Before I go deeper into what the phone brings to the table, let us first use the basics. Poco is a sub-brand that is heavily dependent on Xiaomi. It is similar to what Redmi is to the company, only Poco is geared towards speed enthusiasts and is a separate brand. It relies on the supply chain of Xiaomi to buy components (which is one of the reasons for the surprisingly affordable price) and for after-sales services. It is a global brand and will be available in approximately 50 markets that Xiaomi offers worldwide. But more importantly, the Poco F1 embodies the same philosophy with which OnePlus came on the market with: Flagship performance at budget prices. Of course, Xiaomi (I mean, Poco) had to cut the corners to lower the price, so there was a need for a new brand. You see, if Xiaomi launches the same phone with the & # 39; Mi & # 39; branding on the market, the expectations of the user will not only be about high performance, but design would also have become a priority. A new brand renounces that baggage of expectations. This allows you to experiment freely and if it fails, it fails. The mother brand did no harm.

Back to the drawing board

That is the background story of the new brand that I thought you should know. Now that the phone itself comes, the focus of the Poco F1 square is on speed, just like the rival he is trying to overthrow. There is of course the flagship Snapdragon 845 chipset that power it. A no-brainer if you expect promising high-end performance. But what is special is that there is a special mechanism to prevent the chipset from heating up too long, preventing CPU throttling. Poco calls it LiquidCool. But there is no liquid under the hood. Special copper pipes with vapors absorb heat from the chipset and spread them evenly over the body. This allows the Poco F1 to bypass the thermal control. We are testing whether the cooling mechanism actually leads to longer peak performances. There is also a maximum of 8 GB of RAM and 256 GB of storage space to work with. That is exactly what the highest variant of the OnePlus 6 offers with a price difference of almost Rs 14,000.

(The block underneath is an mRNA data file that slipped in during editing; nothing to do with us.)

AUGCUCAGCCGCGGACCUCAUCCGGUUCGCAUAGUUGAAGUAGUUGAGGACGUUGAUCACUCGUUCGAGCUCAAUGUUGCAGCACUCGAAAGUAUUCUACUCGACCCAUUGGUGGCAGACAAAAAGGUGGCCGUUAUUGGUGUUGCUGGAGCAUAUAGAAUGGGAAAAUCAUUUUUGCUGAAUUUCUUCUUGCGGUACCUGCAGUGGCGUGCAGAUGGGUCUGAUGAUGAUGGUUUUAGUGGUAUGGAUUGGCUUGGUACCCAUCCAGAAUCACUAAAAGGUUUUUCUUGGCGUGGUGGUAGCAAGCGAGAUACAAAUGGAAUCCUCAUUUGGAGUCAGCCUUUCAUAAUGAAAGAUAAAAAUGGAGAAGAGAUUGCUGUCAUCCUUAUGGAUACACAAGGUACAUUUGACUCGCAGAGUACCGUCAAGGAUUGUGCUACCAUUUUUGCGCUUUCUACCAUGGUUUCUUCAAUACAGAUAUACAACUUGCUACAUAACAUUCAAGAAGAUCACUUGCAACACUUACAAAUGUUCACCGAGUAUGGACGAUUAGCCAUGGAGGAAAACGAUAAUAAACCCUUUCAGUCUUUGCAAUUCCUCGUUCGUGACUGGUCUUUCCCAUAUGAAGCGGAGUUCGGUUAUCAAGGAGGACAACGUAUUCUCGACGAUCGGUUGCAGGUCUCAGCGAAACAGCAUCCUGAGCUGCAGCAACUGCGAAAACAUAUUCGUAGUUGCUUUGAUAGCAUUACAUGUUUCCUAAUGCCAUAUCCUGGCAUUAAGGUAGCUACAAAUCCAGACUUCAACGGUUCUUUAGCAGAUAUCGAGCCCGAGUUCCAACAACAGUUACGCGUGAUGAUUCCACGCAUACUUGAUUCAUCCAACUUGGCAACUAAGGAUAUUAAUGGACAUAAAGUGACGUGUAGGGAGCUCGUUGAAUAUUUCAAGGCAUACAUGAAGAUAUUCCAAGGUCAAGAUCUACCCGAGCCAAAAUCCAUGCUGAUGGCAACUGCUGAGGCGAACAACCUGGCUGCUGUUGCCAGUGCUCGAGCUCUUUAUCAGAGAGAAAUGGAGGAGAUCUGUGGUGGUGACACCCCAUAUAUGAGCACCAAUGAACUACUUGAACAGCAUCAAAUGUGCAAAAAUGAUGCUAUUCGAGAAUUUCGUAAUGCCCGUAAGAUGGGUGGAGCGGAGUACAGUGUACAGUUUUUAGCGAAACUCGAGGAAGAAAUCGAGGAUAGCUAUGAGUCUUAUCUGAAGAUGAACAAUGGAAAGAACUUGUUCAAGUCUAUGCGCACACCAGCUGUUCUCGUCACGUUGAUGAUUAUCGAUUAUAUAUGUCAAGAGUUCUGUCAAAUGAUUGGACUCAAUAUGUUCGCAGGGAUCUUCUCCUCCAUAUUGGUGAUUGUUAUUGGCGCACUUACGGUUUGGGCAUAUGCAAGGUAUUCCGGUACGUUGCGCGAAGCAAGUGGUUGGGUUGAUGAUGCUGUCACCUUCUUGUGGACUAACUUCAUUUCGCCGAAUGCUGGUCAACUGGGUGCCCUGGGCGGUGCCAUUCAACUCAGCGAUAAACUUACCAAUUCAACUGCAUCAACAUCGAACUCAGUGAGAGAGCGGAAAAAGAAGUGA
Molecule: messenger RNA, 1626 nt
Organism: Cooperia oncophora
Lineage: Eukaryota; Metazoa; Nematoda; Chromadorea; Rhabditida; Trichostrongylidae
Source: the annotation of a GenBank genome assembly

Are high-end performances enough to name a flagship?

However, naming the Poco F1 as a flagship would go too far. Although the hardware is absolutely among the most expensive Android flagships, the design is not like the Honor 10 or the OnePlus 6. Glass-backed design is an important feature of premium phones launched this year. Although that certainly makes them look good, your daily driver is extremely vulnerable and you ultimately make a claim and hide the premium design. The Poco F1 deserves that trend and goes for a good old polycarbonate housing. It is the same material that made the Nokia Lumia phones a sturdy package during the day. Add to that the armored edition in which Poco used Kevlar imported from DuPont, USA to give it extra durability and a non-smooth grip. However, it will get dirty if you use it with greasy hands. Again, this reminded me of the time that the OnePlus One came with a sandstone back. It was not the premium metal design that Samsung showed in their flagships at the time, but it stood out because it was functional and sustainable.

Cutting corners